The ancient Greeks visualised the past as a long road stretching ahead while the future lurks behind their backs. That’s the image that sums up the Pakistani military’s role in India’s ties with its not-too-neighbourly neighbour. The recent foreign minister-level meet underscored that this bondage to the past forces the relationship into unacknowledged pressures.
The military has regained its pre-eminence in Pakistan’s political economy and the dialectics once again involve politicians propitiating the generals in the pursuit of self-seeking indulgences. In turn, they become vulnerable to the military’s manipulation. The United States acknowledges the Pakistani army chief as its single-most consequential interlocutor. This calculus has grave implications for India-Pakistan relations.
One, unless India closes its 26/11 file, ties with Pakistan will remain in a state of tension. The 26/11 attack was executed under the supervision of the Pakistani top brass. The military leadership simply cannot allow investigations to be taken to their logical conclusion.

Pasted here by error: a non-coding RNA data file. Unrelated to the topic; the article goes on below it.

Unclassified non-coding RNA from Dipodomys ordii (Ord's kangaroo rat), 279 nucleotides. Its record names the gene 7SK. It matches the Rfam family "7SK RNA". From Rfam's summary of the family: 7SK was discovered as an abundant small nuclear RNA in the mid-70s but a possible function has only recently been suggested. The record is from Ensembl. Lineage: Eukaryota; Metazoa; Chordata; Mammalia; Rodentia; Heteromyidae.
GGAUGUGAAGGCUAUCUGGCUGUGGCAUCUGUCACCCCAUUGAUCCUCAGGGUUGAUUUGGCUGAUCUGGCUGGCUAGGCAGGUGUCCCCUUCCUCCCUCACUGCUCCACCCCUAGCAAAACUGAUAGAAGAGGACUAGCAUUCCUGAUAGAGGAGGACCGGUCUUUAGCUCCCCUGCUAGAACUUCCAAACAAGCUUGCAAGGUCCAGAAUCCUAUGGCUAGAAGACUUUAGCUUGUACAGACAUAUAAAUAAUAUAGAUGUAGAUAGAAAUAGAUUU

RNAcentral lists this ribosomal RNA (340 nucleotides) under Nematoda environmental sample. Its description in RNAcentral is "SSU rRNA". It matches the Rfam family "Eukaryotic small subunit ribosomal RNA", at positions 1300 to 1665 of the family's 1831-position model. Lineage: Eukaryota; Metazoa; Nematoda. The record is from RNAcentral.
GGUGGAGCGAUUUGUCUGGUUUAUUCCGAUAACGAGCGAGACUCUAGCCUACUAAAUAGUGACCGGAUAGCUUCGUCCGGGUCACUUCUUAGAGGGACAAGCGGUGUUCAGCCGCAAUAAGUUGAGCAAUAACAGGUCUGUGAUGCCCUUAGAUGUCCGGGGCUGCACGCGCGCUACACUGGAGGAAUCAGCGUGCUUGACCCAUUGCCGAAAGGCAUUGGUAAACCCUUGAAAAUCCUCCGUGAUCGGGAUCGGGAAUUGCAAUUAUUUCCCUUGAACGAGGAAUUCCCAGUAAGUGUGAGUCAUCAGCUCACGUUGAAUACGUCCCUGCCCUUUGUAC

Two, the true meaning of 26/11 needs to be understood: it was a grotesque form of ‘coercive diplomacy’. Unless India fulfils whatever expectations the back-channel dialogue of the 2003-2006 period may have raised in the Pakistani military leadership, Rawalpindi will hold the normalisation process hostage and may well repeat 26/11.
Three, Pakistan’s projection of power into Afghanistan has acquired a profound ‘India connection’. The military seems convinced that New Delhi used its influence in Kabul to destabilise Pakistan and, therefore, ‘Indian presence’ must be exorcised from the Hindu Kush. New Delhi, however, won’t roll over on a turf so very strategically important for long-term Indian interests. The Afghan endgame seems inexorably leading toward a surge in Pakistani influence in Kabul. Meanwhile, Washington’s ‘geopolitical engagement’ of Pakistani military offers the latter an unprecedented role as the arbiter of regional stability — a status that, in certain ways, weakens India’s case.
Finally, the military draws sustenance from US aid and is haunted by the spectre of this aid diminishing once the Afghan conflict dissipates and the US opts to ‘demilitarise’ its AfPak strategy. Quintessentially, the military establishment aspires to seek parity with the US’s strategic partnership with India. It may sound like a paradox but Rawalpindi’s unique dealings with terrorist groups make for a most dynamic template for Pakistan’s dealings with a range of key foreign powers that includes the US, China, Russia and Iran.
Pakistan’s military has a huge stake in calibrating Pakistan’s ties with India. This, despite having no need to create an India bogey at a time when it faces no challenge from Pakistan’s civil society or political parties.
MK Bhadrakumar is a former Deputy High Commissioner of India to Pakistan